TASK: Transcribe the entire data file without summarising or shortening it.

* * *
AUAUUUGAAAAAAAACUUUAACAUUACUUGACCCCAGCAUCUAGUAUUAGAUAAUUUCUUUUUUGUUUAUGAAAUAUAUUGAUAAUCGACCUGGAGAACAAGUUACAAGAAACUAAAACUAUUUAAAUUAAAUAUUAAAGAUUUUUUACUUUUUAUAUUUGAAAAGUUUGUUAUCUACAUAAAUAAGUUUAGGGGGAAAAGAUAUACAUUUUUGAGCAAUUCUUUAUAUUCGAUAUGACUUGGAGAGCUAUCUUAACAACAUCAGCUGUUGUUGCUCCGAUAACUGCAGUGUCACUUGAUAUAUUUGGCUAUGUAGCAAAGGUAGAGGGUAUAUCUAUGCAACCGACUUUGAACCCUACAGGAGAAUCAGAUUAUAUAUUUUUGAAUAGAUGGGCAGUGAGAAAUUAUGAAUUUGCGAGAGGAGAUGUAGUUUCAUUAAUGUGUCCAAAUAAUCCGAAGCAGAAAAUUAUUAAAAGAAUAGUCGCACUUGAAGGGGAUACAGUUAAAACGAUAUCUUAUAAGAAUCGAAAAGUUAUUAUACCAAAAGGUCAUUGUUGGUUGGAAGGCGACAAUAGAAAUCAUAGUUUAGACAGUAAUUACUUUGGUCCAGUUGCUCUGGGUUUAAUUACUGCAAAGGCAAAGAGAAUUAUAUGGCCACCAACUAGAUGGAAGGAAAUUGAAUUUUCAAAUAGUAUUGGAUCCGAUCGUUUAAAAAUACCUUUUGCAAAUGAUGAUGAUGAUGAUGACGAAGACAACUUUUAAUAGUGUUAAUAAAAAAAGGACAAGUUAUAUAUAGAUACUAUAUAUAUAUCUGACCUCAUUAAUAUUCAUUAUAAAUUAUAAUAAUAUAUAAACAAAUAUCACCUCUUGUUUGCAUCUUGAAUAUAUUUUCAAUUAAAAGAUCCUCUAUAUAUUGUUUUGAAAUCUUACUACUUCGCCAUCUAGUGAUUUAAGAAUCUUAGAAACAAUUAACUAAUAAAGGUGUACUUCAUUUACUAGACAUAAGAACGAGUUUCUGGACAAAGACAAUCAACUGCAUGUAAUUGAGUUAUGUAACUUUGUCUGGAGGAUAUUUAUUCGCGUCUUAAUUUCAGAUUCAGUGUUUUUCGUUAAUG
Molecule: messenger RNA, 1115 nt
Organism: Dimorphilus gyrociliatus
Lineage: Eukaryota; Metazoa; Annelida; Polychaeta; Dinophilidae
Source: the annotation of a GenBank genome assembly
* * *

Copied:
AUAUUUGAAAAAAAACUUUAACAUUACUUGACCCCAGCAUCUAGUAUUAGAUAAUUUCUUUUUUGUUUAUGAAAUAUAUUGAUAAUCGACCUGGAGAACAAGUUACAAGAAACUAAAACUAUUUAAAUUAAAUAUUAAAGAUUUUUUACUUUUUAUAUUUGAAAAGUUUGUUAUCUACAUAAAUAAGUUUAGGGGGAAAAGAUAUACAUUUUUGAGCAAUUCUUUAUAUUCGAUAUGACUUGGAGAGCUAUCUUAACAACAUCAGCUGUUGUUGCUCCGAUAACUGCAGUGUCACUUGAUAUAUUUGGCUAUGUAGCAAAGGUAGAGGGUAUAUCUAUGCAACCGACUUUGAACCCUACAGGAGAAUCAGAUUAUAUAUUUUUGAAUAGAUGGGCAGUGAGAAAUUAUGAAUUUGCGAGAGGAGAUGUAGUUUCAUUAAUGUGUCCAAAUAAUCCGAAGCAGAAAAUUAUUAAAAGAAUAGUCGCACUUGAAGGGGAUACAGUUAAAACGAUAUCUUAUAAGAAUCGAAAAGUUAUUAUACCAAAAGGUCAUUGUUGGUUGGAAGGCGACAAUAGAAAUCAUAGUUUAGACAGUAAUUACUUUGGUCCAGUUGCUCUGGGUUUAAUUACUGCAAAGGCAAAGAGAAUUAUAUGGCCACCAACUAGAUGGAAGGAAAUUGAAUUUUCAAAUAGUAUUGGAUCCGAUCGUUUAAAAAUACCUUUUGCAAAUGAUGAUGAUGAUGAUGACGAAGACAACUUUUAAUAGUGUUAAUAAAAAAAGGACAAGUUAUAUAUAGAUACUAUAUAUAUAUCUGACCUCAUUAAUAUUCAUUAUAAAUUAUAAUAAUAUAUAAACAAAUAUCACCUCUUGUUUGCAUCUUGAAUAUAUUUUCAAUUAAAAGAUCCUCUAUAUAUUGUUUUGAAAUCUUACUACUUCGCCAUCUAGUGAUUUAAGAAUCUUAGAAACAAUUAACUAAUAAAGGUGUACUUCAUUUACUAGACAUAAGAACGAGUUUCUGGACAAAGACAAUCAACUGCAUGUAAUUGAGUUAUGUAACUUUGUCUGGAGGAUAUUUAUUCGCGUCUUAAUUUCAGAUUCAGUGUUUUUCGUUAAUG
Molecule: messenger RNA, 1115 nt
Organism: Dimorphilus gyrociliatus
Lineage: Eukaryota; Metazoa; Annelida; Polychaeta; Dinophilidae
Source: the annotation of a GenBank genome assembly